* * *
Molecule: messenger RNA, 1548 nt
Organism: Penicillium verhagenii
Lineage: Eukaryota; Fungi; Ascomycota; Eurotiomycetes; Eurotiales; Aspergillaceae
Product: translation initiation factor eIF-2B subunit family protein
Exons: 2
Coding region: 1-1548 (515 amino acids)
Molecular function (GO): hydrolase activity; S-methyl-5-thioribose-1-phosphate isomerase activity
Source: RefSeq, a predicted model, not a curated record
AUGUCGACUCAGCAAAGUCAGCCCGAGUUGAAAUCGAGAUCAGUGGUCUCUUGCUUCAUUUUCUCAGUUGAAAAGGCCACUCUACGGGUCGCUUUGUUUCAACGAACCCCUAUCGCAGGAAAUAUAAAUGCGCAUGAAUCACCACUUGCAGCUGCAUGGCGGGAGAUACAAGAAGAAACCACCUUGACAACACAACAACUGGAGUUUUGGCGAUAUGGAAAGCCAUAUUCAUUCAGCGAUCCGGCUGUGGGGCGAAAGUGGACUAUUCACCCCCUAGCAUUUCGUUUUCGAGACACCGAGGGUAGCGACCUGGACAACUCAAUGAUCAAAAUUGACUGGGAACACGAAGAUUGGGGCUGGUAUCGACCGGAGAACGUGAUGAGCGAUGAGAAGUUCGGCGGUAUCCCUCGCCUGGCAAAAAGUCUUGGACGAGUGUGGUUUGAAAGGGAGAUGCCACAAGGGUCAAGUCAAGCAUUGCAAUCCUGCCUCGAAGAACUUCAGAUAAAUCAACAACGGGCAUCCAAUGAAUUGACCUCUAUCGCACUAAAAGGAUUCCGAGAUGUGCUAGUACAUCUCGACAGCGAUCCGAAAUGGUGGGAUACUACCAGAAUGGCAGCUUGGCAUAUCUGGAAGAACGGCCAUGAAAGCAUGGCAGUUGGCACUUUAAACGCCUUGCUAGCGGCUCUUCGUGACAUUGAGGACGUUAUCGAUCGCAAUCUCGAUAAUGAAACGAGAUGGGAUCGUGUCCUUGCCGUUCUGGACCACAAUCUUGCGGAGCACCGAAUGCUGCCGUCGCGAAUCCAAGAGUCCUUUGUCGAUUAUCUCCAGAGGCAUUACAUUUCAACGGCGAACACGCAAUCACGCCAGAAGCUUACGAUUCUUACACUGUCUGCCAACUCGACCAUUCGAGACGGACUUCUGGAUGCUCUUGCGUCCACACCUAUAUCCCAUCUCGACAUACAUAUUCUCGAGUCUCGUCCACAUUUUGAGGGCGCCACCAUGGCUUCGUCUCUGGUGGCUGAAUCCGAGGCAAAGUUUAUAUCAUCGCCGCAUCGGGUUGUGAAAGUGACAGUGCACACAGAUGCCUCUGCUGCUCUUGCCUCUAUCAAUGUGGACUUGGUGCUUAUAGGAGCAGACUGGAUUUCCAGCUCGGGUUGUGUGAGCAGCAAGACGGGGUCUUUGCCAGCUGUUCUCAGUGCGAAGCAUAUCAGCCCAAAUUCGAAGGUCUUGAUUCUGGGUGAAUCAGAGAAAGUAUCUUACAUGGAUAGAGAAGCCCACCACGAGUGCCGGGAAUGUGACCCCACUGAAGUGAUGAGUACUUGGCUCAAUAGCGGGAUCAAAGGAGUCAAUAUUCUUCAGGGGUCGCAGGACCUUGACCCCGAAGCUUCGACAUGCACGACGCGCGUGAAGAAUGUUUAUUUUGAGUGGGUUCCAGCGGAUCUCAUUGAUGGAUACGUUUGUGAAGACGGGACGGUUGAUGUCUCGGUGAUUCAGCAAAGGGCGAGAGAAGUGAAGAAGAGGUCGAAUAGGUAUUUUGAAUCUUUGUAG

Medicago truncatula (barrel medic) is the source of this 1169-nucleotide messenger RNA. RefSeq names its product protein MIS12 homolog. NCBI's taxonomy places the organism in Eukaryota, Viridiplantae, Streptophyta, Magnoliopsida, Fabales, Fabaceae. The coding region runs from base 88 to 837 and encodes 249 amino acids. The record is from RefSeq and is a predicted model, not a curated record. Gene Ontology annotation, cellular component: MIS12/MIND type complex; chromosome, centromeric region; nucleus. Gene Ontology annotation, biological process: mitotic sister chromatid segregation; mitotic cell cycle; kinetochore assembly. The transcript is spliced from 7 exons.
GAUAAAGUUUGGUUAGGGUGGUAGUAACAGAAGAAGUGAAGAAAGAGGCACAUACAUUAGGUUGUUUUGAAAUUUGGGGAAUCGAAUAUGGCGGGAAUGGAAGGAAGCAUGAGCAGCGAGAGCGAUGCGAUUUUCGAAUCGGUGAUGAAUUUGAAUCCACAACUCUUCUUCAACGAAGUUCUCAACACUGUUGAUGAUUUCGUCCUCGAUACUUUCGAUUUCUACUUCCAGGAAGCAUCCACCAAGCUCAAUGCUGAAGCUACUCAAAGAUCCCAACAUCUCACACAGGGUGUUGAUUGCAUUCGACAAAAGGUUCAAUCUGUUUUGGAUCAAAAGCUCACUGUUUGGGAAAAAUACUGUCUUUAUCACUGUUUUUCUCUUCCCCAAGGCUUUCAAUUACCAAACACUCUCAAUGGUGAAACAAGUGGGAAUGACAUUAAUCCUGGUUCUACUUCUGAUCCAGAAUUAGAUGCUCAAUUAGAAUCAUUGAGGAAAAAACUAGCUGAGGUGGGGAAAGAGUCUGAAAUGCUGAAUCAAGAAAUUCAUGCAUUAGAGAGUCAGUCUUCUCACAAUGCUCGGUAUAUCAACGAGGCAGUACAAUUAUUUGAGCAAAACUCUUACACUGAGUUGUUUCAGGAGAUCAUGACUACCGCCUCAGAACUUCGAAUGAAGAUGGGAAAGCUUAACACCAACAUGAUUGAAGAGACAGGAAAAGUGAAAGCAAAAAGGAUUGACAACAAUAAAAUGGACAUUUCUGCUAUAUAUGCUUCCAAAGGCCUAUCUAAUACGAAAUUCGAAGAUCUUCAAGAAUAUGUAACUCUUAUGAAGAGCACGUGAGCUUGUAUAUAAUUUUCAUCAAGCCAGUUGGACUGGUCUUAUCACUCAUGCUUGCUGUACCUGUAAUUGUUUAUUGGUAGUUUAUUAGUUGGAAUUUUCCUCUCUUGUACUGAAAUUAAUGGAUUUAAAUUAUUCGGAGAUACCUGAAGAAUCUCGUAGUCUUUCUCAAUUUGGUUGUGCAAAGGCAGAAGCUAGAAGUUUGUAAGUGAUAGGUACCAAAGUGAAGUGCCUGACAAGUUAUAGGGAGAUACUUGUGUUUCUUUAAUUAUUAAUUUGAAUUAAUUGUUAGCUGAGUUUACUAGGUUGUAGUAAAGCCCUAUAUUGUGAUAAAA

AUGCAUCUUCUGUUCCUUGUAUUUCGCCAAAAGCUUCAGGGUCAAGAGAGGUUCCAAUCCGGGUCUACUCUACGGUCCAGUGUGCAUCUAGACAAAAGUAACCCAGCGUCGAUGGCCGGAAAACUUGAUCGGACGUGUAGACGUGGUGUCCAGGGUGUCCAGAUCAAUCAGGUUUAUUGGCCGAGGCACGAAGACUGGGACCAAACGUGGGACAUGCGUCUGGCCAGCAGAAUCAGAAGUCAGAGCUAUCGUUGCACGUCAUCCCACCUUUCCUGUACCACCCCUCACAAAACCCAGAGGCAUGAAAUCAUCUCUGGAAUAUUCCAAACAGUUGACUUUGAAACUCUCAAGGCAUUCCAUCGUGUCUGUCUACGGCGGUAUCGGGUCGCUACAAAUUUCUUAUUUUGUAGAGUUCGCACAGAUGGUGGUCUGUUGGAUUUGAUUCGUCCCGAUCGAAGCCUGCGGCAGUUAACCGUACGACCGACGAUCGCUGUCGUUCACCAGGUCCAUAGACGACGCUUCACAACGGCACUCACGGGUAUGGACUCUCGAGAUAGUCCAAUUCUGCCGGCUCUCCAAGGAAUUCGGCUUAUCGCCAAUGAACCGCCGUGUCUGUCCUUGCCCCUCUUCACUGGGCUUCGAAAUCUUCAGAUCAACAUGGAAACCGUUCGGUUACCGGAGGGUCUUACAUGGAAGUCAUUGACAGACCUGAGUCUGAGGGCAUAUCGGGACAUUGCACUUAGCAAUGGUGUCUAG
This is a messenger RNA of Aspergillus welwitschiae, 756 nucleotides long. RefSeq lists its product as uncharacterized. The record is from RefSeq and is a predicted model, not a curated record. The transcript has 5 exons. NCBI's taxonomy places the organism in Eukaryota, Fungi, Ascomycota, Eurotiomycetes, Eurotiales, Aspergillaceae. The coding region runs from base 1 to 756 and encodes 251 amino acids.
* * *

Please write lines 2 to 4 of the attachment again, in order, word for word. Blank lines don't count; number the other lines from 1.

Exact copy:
Organism: Penicillium verhagenii
Lineage: Eukaryota; Fungi; Ascomycota; Eurotiomycetes; Eurotiales; Aspergillaceae
Product: translation initiation factor eIF-2B subunit family protein